Provider and staff perceptions of veterans' attrition from a national primary care weight management program

Danielle Arigo, Stephanie Hooker, Jennifer Funderburk, Margaret Dundon, Patricia Dubbert, Gina Evans-Hudnall, Sarah Catanese, Jenny O'Donohue, Eva Maria Dickinson, Christine DeMasi, Sheri Downey, Cyrus DeSouza

Research output: Contribution to journalArticlepeer-review

11 Scopus citations


OBJECTIVES: This study examined provider and staff perceptions of attrition from the Veterans Health Administration MOVE!(®) Weight Management Program as an initial step toward understanding attrition from primary care-based programs.

PARTICIPANTS: MOVE!(®) clinicians, primary care providers, and other staff members who interacted with patients about participating in MOVE!(®) (n=754) from Department of Veterans Affairs medical centers throughout the United States. Respondents were predominantly female (80.8%), Caucasian (79.2%), and trained as nurses (L.P.N., R.N., or N.P.; 50%).

RESULTS: Respondents indicated that veterans experienced practical barriers to attendance (eg, transportation and scheduling difficulties) and desire for additions to the program (eg, a live exercise component). Low motivation was the primary factor identified by respondents as associated with dropout, particularly as noted by MOVE!(®) clinicians (versus other providers/staff; P<0.01).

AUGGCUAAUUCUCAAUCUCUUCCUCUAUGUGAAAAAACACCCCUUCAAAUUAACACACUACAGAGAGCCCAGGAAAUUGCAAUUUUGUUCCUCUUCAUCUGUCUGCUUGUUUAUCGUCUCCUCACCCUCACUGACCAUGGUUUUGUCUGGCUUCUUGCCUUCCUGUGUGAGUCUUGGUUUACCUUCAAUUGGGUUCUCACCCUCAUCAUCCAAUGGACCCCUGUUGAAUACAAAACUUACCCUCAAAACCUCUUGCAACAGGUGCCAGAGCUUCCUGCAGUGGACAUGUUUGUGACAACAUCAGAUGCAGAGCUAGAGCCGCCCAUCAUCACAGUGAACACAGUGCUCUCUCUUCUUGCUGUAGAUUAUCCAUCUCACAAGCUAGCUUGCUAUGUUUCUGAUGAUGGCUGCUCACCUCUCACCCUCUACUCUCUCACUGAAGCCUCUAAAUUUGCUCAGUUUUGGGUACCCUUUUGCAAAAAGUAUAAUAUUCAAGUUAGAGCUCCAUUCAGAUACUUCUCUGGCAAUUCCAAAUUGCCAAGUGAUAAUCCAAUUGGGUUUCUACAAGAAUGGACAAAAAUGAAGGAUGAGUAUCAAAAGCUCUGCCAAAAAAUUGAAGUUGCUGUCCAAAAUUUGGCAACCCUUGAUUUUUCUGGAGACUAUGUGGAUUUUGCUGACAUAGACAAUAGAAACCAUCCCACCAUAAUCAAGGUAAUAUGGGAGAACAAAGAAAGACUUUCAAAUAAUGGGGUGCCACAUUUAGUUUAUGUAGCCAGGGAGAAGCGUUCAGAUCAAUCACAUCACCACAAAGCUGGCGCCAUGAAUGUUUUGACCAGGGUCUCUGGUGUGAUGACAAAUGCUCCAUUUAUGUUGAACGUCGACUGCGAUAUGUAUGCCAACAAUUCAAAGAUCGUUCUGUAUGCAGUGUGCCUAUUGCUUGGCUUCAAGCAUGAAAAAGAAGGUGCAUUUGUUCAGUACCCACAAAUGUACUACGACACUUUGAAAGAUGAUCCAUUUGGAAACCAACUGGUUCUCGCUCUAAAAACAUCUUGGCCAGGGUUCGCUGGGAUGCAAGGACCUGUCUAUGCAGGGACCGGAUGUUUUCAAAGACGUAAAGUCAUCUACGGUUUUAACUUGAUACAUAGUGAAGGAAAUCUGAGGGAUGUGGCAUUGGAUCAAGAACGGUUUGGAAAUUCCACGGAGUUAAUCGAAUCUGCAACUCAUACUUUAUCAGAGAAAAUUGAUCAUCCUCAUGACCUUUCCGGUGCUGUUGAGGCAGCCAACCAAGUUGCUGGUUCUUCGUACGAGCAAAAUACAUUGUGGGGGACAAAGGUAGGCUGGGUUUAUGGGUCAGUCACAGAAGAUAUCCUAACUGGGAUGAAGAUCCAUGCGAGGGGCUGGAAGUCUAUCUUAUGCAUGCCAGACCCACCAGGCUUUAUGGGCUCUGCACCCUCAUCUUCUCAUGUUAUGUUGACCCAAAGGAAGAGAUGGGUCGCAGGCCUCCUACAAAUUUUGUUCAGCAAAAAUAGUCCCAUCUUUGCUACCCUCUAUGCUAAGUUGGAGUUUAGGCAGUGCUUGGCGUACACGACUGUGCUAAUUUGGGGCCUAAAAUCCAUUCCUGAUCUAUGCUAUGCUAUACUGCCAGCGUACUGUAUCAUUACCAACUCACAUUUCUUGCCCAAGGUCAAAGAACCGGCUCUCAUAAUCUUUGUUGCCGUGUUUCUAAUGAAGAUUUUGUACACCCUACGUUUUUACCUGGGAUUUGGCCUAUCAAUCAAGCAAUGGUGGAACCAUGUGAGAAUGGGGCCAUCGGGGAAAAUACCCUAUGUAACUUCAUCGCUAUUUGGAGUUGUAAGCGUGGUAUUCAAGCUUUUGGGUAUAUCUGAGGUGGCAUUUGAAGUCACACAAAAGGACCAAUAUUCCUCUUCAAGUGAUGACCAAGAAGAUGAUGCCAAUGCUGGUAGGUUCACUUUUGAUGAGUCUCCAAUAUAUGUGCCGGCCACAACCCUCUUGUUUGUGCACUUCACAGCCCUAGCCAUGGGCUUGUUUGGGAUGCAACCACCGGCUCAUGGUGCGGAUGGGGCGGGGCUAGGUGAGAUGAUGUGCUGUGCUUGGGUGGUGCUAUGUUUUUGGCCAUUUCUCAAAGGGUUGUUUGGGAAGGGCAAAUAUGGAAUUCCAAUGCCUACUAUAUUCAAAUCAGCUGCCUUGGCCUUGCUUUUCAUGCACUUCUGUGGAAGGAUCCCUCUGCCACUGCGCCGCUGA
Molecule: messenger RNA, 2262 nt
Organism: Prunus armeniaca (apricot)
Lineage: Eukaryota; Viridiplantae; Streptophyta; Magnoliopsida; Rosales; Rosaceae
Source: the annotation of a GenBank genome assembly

CONCLUSIONS: These findings suggest that programmatic changes, such as adding additional meeting times or in-session exercise time, may be of benefit to MOVE!(®). In addition, increasing the use of techniques such as Motivational Interviewing among providers who refer patients to MOVE!(®) may improve participant engagement in MOVE!(®) and other primary care-based weight management programs. Further research is needed to effectively identify those likely to withdraw from weight management programs before achieving their goals, and the reasons for withdrawal.

BACKGROUND: Overweight and obesity are growing problems for primary care. Although effective weight management programs exist, these programs experience significant attrition, which limits effectiveness.

MEASURE: Participants completed a web-mediated survey; items assessed agreement with personal and programmatic reasons for dropout, and allowed respondents to indicate the number one reason for dropout in an open-ended format. This survey was adapted from an existing tool designed to capture patient perceptions.

Original languageEnglish (US)
Pages (from-to)147-156
Number of pages10
JournalPrimary health care research & development
Issue number2
StatePublished - Apr 1 2015


  • weight management

ASJC Scopus subject areas

  • Public Health, Environmental and Occupational Health
  • Care Planning


Dive into the research topics of 'Provider and staff perceptions of veterans' attrition from a national primary care weight management program'. Together they form a unique fingerprint.

Cite this